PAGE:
Permits for shooting against the backdrop of one of Egypt’s ancient sites start at $3,000 a day for basic establishing shots, but tariffs are lower for non-historic sites. So far, three documentaries have tapped into the support of the service centre for international productions.

“Last year the Egyptian government granted us the authority to issue shooting permits for any foreign production company shooting in the country, which makes us the main authority for issuing permits for incoming productions,” he explains.

Under the initiative, Badawi has created a committee including representatives from EMPC, the Ministry of Tourism and Antiquities, the Ministry of the Interior and military intelligence. “The idea is that when we get a request, we can process it via the committee and get all the approvals we need in one go,” says Badawi.

Studios and infrastructure

Ahmed Sami Badawi, general manager of production at the country’s Egyptian Media Production City (EMPC) wants to bring back international production. EMPC is a vast media, film and TV production hub, situated about 20 kilometres from Cairo and spanning some 35 square kilometres.

It boasts several permanent sets including a replica of the Pharaonic city of Tell el-Amarna, an Islamic area featuring the ornate architecture of the Ottoman and Mamluk eras, and a backlot recapturing the look of the city of Alexandria in the 1940s.

Facilities also include pre-production workshops, productions, a Dolby Atmos studio and other post-production suites. There is also a hotel on site. A quirkier offering is its collection of vintage cars dating back to 1919.

“There are 16 separate outdoor locations,” says Badawi. He suggests a key deterrent for incoming productions has been the complicated process around shooting permits, especially to film at the country’s ancient sites. “Any production can go to the interior ministry and get a permit to shoot in the country, but they will need to secure another permit from the Ministry of Tourism and Antiquities to shoot on an ancient site and even military intelligence if they’re filming near sensitive sites,” he explains.

Locations

Egypt has much to offer as a shooting location with a surface area of 1 million square kilometers, that’s double the size of France. And it’s not just about the well-known desert landscapes and famous historical landmarks, there’s also “the Mediterranean, the Red Sea, the Nile and the Upper Egypt area,” insists Badawi.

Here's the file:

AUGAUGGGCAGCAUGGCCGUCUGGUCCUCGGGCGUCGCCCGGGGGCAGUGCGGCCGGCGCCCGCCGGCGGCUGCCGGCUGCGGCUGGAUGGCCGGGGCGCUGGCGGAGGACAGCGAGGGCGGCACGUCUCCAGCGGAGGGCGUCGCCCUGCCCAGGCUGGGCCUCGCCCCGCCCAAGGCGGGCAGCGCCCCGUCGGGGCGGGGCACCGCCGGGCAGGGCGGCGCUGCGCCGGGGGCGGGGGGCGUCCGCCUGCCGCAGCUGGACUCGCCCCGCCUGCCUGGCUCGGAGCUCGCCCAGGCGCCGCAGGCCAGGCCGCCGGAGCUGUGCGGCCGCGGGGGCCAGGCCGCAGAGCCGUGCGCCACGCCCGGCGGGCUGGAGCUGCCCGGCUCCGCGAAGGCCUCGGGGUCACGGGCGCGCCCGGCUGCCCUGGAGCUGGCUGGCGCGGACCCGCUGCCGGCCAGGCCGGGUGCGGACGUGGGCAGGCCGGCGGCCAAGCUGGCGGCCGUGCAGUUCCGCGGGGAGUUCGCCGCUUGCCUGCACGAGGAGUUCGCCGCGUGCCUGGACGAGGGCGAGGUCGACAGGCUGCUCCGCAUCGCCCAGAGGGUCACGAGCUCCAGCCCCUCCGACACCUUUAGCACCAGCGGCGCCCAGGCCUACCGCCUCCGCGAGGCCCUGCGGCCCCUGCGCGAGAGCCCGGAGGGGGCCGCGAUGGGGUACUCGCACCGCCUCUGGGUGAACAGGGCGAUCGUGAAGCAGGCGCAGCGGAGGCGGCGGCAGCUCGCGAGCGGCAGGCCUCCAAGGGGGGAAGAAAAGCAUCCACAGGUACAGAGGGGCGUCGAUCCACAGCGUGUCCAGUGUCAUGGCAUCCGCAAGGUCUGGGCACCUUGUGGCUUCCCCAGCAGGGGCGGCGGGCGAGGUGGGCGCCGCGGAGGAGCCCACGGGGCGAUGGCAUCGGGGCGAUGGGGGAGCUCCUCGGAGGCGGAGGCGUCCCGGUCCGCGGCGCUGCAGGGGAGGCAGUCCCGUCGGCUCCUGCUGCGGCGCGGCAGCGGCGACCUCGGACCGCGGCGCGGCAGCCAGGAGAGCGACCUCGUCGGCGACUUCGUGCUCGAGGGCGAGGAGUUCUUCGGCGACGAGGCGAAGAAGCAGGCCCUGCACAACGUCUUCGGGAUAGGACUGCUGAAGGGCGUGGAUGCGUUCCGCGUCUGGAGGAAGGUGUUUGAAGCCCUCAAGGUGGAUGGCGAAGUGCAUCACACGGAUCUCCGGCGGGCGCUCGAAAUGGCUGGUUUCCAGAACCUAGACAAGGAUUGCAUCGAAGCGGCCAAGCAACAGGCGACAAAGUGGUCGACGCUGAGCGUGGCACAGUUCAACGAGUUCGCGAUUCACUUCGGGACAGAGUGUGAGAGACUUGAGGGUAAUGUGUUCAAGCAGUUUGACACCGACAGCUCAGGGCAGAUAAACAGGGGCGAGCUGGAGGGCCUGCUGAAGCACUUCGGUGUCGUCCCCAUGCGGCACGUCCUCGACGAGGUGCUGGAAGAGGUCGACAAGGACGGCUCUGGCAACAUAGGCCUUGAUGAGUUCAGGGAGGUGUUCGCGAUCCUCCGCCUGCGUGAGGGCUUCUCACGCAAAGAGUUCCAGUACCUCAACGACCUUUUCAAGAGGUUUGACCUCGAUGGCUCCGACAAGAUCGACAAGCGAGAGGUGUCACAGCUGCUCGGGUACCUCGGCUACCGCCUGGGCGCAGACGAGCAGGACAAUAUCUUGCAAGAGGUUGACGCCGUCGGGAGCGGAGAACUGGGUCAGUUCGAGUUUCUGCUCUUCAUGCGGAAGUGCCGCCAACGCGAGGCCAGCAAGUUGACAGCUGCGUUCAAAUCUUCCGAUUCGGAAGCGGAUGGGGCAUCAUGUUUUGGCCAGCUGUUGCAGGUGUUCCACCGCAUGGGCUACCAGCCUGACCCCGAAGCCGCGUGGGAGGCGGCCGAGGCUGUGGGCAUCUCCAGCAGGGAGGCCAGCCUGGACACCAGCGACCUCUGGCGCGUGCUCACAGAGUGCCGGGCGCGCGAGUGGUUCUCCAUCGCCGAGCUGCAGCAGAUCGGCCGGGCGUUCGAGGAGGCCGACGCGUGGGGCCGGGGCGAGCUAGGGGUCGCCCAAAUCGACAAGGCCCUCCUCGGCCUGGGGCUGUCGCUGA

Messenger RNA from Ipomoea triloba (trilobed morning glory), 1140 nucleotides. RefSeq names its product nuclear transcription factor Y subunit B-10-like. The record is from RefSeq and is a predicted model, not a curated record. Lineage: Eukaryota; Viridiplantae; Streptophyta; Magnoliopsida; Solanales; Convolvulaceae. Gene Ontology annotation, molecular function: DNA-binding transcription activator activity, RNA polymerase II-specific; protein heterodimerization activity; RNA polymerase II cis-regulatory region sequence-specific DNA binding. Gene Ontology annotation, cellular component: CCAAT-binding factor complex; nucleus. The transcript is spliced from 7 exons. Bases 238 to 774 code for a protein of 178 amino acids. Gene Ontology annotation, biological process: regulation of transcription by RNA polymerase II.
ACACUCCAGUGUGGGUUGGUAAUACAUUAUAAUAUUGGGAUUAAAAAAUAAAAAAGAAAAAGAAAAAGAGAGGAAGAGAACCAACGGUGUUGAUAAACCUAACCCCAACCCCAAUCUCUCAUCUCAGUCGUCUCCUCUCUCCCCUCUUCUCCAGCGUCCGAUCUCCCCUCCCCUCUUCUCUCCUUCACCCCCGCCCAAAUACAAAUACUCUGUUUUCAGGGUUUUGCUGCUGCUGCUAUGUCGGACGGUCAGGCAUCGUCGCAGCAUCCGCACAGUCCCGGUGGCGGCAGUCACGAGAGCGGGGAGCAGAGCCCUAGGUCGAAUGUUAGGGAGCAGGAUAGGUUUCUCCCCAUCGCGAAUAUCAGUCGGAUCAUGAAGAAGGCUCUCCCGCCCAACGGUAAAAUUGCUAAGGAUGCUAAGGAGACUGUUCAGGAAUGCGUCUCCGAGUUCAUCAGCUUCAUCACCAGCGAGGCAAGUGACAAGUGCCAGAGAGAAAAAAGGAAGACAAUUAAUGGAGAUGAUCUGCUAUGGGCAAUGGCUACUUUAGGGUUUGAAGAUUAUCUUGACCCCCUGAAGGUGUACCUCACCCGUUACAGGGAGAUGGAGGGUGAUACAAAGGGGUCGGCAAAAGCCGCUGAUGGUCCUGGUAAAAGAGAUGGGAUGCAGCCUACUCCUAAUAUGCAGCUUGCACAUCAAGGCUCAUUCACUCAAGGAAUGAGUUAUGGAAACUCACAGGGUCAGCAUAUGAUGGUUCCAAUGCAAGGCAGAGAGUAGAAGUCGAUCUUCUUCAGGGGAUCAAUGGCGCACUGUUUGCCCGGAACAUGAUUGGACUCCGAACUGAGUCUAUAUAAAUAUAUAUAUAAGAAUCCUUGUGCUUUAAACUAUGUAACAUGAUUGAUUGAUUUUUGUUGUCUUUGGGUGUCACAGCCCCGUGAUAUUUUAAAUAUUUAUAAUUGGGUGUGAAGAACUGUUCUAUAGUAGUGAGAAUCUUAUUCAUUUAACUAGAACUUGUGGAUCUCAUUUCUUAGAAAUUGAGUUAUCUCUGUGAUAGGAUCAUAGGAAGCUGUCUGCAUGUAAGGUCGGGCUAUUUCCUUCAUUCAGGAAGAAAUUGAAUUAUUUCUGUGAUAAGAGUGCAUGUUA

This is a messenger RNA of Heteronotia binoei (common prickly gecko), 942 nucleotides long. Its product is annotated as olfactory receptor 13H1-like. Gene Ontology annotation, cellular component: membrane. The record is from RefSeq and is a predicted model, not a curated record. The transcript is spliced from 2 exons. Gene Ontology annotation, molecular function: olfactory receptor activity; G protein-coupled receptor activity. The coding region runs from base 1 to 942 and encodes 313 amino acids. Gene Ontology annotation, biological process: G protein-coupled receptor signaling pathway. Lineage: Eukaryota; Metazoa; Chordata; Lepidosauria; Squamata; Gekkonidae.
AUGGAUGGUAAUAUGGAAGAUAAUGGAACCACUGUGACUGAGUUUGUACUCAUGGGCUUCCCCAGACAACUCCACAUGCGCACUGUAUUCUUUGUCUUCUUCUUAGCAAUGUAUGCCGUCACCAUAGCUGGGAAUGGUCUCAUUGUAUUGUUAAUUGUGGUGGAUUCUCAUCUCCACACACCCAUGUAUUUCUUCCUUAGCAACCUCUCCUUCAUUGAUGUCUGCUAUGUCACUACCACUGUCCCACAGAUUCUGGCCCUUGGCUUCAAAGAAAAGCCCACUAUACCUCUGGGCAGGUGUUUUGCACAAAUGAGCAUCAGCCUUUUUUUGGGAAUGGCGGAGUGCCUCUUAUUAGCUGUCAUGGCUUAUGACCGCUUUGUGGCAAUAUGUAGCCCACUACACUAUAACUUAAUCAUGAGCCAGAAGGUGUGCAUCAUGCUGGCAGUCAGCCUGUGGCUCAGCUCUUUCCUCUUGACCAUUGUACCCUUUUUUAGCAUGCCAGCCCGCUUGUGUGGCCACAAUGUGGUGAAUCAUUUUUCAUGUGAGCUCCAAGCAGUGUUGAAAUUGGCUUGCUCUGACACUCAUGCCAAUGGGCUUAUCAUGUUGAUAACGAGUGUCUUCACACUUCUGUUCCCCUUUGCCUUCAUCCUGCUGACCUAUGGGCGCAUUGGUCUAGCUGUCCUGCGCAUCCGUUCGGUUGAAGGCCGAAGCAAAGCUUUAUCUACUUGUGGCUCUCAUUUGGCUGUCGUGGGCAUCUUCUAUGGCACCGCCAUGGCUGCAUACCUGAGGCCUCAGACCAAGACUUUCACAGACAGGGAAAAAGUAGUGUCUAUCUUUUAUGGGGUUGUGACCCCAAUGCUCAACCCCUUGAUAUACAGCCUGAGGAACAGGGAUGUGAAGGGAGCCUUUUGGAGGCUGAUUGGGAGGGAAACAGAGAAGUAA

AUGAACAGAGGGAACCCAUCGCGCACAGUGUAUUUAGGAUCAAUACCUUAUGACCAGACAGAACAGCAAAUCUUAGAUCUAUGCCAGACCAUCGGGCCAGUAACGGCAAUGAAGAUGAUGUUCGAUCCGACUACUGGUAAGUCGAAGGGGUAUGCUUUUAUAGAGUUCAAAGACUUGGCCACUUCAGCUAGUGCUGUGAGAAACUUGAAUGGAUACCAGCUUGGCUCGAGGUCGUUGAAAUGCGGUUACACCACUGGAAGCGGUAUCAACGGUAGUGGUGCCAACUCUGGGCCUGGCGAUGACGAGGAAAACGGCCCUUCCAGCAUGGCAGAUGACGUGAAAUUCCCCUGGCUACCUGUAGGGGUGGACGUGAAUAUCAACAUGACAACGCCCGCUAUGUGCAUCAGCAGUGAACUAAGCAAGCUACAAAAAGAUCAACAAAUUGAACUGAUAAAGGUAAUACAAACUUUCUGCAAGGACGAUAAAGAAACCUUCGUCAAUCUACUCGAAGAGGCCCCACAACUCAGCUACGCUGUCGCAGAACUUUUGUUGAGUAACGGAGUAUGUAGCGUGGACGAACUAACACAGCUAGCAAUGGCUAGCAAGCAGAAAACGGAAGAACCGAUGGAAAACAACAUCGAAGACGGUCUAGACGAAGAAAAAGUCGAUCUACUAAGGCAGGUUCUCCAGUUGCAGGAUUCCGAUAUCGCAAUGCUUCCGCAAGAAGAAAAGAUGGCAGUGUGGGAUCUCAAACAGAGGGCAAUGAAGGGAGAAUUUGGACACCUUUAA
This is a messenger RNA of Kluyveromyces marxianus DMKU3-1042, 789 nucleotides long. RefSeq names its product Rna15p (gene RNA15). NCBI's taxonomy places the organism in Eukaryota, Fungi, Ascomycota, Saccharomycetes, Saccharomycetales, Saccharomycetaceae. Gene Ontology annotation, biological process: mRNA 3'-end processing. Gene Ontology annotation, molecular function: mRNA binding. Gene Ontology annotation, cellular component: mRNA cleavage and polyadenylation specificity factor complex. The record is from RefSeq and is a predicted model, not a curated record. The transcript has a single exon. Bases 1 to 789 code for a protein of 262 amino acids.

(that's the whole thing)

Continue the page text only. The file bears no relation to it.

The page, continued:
“Egypt does not only have one of the most stable climates in the Middle East and Mediterranean region, but also the real treasure is its rich variety of locations and its exceptional ability to ‘clone’ or provide replicas of other parts of the globe. Whether you need to replicate a foreign location, or you need something new, the chances are that you can find it in Egypt.”

Egypt has notoriously been doubled elsewhere over the years, but Badawi hopes to bring more productions home.

Highlights: Cairo

Recently, Netflix decided to shoot its six-part Egyptian TV series Paranormal in the capital city, doubling it for Cairo of the 1960s. The production team managed to remodel the streets to look more vintage. The series also shot in Giza and Fayoum, 60 miles southwest of Cairo, and despite COVID disruption, completed filming in mid-2020.

Egyptian writer-director Ayten Amin’s Souad, chosen for the 2020 Cannes Film Festival official selection, also filmed in Egypt in Alexandria and Zagazig.

Size matters

Egypt spans 1 million square kilometres, about twice the size of France. Domestic flights out of Cairo are plentiful, connecting to cities such as Alexandria and Luxor as well as the Red Sea resorts. The country has a comprehensive rail system. Drivers and taxis are easy to find.

First contact: Ahmed Sami Badawi, general manager of production, Egyptian Media Production City: ahmedsambad@gmail.com